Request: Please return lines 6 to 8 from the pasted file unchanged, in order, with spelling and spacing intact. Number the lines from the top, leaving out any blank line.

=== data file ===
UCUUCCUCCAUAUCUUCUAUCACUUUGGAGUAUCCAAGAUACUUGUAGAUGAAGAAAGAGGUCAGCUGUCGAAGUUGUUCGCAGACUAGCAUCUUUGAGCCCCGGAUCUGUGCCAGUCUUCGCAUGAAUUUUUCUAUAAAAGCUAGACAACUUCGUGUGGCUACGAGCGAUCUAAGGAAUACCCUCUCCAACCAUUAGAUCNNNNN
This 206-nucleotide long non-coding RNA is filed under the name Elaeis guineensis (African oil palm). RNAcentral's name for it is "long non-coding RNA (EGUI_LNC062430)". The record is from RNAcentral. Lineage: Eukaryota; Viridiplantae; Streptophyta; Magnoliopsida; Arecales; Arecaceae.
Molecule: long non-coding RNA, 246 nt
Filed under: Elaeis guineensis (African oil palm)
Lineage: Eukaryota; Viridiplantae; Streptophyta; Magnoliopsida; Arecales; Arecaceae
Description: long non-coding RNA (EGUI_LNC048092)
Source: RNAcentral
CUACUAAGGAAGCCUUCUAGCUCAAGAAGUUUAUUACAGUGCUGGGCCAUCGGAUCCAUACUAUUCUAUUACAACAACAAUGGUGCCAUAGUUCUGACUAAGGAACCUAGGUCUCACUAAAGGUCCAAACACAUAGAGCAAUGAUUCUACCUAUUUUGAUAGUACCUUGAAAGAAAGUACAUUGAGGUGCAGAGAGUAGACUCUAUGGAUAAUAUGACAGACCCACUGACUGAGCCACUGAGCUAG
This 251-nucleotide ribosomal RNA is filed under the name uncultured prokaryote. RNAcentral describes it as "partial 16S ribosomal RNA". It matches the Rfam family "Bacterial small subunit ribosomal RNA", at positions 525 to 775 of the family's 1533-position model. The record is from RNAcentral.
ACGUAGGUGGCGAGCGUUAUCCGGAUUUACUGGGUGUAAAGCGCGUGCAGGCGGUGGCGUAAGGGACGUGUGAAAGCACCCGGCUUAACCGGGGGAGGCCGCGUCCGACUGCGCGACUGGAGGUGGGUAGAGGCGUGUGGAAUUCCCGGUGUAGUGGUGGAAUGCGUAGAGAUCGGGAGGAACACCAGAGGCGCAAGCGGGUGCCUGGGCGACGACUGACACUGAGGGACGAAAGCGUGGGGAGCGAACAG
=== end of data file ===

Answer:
Description: long non-coding RNA (EGUI_LNC048092)
Source: RNAcentral
CUACUAAGGAAGCCUUCUAGCUCAAGAAGUUUAUUACAGUGCUGGGCCAUCGGAUCCAUACUAUUCUAUUACAACAACAAUGGUGCCAUAGUUCUGACUAAGGAACCUAGGUCUCACUAAAGGUCCAAACACAUAGAGCAAUGAUUCUACCUAUUUUGAUAGUACCUUGAAAGAAAGUACAUUGAGGUGCAGAGAGUAGACUCUAUGGAUAAUAUGACAGACCCACUGACUGAGCCACUGAGCUAG